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Forest Trees
This research project is made possible by a Marie Skłodowska -Curie Research Fellowship awarded to Dr Isabel Sebastian through EU Horizon 2020 funding. The project is hosted and supervised by Cardiff University's School of Geography and Planning. 


Regenerative land practices play a crucial role in addressing the catastrophic impacts of climate change and biodiversity loss already disrupting the health and wellbeing of global societies and the biosphere we all depend on. Such practices have the potential to provide place-based approaches that foster the resilience and wellbeing of local communities while providing carbon sequestration, habitat for biodiversity, and the continuation of cultural/spiritual practices essential for the survival and regeneration of the land and its people.


The project aims to draw insights from three case studies of regenerative land practices in Australia, Bhutan and Wales. The project focuses on systemic and narrative barriers and enablers and aims to develop pathways that improve the conditions for practicing these regeneartive land practices. The outcome of the project will include recommendations for policy and decision-making about land-use, land-management and land governance systems.


Pathways towards a 'restorative' Anthropocene: a comparative study of three marginalised or contested land practices, their narratives and regenerative potential across local-global dimensions.

The project abbreviation in short is REGenPLACE.


The project runs from October 2021 to January 2025.


Research approach: The study adopts a qualitative transdisciplinary methodology, using cross-cultural techniques for two-way (1) or right-way (2) knowledge creation by considering all types of knowledge equally to improve the conditions for practicing regenerative land practices.  The study will draw on document reviews, semi-structured interviews, ethnographic observation and a workshop in each case study location with relevant stakeholders. A key feature of the methodology is its focus on 'place' as the source of knowledge.


Research question and design: The overarching research question is to investigate how we can elevate and respect worldviews, knowledge systems, narratives and discourses of regenerative land practice and  to co-create knowledge that informs and transforms current land stakeholders, governance, policy, practice and research agendas. The study takes a trans-disciplinary research strategy including iterative, co-designed and collaborative methods of data creation and analysis. Formulation of findings will emerge in collaboration with stakeholders.  In an effort to respect and embrace  the ‘decolonising research’ agenda (3, 4) the researcher will seek collaboration, reciprocity and inter-relational accountability. Hence, there will be a greater importance on the relational research process for the knowledge holders of the regenerative land practices, rather than the immediate research outcomes (5).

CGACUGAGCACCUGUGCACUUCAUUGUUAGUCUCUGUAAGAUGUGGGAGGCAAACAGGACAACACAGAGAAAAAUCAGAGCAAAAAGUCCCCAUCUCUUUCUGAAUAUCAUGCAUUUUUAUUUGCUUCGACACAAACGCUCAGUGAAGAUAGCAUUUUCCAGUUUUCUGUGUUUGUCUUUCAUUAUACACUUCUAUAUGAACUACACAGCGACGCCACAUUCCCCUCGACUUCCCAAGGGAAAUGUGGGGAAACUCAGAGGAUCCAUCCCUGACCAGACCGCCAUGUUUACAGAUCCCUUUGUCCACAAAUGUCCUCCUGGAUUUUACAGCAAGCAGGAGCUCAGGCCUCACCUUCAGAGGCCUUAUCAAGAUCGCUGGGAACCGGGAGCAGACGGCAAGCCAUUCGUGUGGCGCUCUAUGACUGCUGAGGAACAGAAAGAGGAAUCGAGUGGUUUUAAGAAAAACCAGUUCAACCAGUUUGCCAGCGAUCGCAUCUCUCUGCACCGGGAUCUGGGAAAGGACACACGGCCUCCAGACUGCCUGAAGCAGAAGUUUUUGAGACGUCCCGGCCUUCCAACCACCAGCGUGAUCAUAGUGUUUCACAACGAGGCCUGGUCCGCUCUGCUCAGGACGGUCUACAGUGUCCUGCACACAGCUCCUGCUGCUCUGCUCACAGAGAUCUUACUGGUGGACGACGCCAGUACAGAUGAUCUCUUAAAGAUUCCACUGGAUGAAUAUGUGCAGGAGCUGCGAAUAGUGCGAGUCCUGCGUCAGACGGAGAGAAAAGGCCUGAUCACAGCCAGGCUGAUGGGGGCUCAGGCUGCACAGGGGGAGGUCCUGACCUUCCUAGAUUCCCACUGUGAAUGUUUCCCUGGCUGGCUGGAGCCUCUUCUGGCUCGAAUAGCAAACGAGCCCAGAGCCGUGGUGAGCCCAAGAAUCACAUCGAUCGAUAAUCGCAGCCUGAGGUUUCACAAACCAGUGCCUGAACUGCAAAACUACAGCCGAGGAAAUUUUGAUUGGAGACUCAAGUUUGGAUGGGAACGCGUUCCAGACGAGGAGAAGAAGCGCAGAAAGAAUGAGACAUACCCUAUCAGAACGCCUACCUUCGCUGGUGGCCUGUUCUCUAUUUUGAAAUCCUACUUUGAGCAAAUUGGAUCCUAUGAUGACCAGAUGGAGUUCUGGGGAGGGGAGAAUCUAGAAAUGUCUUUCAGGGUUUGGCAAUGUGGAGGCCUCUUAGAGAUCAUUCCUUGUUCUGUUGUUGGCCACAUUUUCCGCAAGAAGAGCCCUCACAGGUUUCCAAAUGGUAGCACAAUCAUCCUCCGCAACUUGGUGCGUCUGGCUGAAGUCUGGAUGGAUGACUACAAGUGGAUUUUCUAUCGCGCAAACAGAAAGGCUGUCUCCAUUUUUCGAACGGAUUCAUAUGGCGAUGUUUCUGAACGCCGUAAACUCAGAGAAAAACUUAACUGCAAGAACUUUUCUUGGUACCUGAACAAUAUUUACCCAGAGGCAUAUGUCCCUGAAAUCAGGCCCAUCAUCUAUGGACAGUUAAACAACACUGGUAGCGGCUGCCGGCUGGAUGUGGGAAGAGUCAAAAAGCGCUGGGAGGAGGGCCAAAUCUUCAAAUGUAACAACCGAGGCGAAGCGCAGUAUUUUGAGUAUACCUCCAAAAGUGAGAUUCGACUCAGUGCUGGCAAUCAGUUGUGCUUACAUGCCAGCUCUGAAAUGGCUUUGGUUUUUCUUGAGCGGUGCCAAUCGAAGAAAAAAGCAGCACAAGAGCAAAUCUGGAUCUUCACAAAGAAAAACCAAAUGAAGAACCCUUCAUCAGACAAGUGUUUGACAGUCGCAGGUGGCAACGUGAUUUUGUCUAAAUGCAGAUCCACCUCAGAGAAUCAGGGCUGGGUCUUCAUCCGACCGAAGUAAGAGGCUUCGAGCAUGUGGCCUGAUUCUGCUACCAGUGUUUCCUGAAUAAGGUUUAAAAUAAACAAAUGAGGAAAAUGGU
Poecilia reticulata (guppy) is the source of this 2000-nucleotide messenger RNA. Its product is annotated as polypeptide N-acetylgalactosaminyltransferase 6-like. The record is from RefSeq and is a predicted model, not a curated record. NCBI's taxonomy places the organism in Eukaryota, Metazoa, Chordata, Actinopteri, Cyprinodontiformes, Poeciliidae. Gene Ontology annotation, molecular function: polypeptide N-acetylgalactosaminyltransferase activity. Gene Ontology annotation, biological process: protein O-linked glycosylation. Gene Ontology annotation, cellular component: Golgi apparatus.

Sampling:  The study uses a snowball sampling approach, meaning local stakeholders identify relevant stakeholders to include in the interviews and/or the workshop. Each case study will involve the development of a stakeholder and context map which is continually evolving as the stakeholder engagement continues throughout 2023.

Interviews, workshops and ethnographic observation: A minimum of 10 up to 20+ participants will be invited to participate in semi-structured interviews and at least one workshop with up to 20 participants in each case study site. The workshop purpose is a two-way knowledge sharing process to co-create potential pathways for overcoming the barriers and amplifying the enablers for regenerative land practices. Ethnographic observation of the land practices is also planned on invitation by the relevant stakeholder groups.


Analysis: All research data generated from the study will be analysed through a hybrid discourse/narrative analysis, and through verification and discussion with stakeholders in each case study site.  Some of the analysis tools include transdisciplinary methodology (6, 7) and Systems Change Analysis (8) decolonising analysis (9).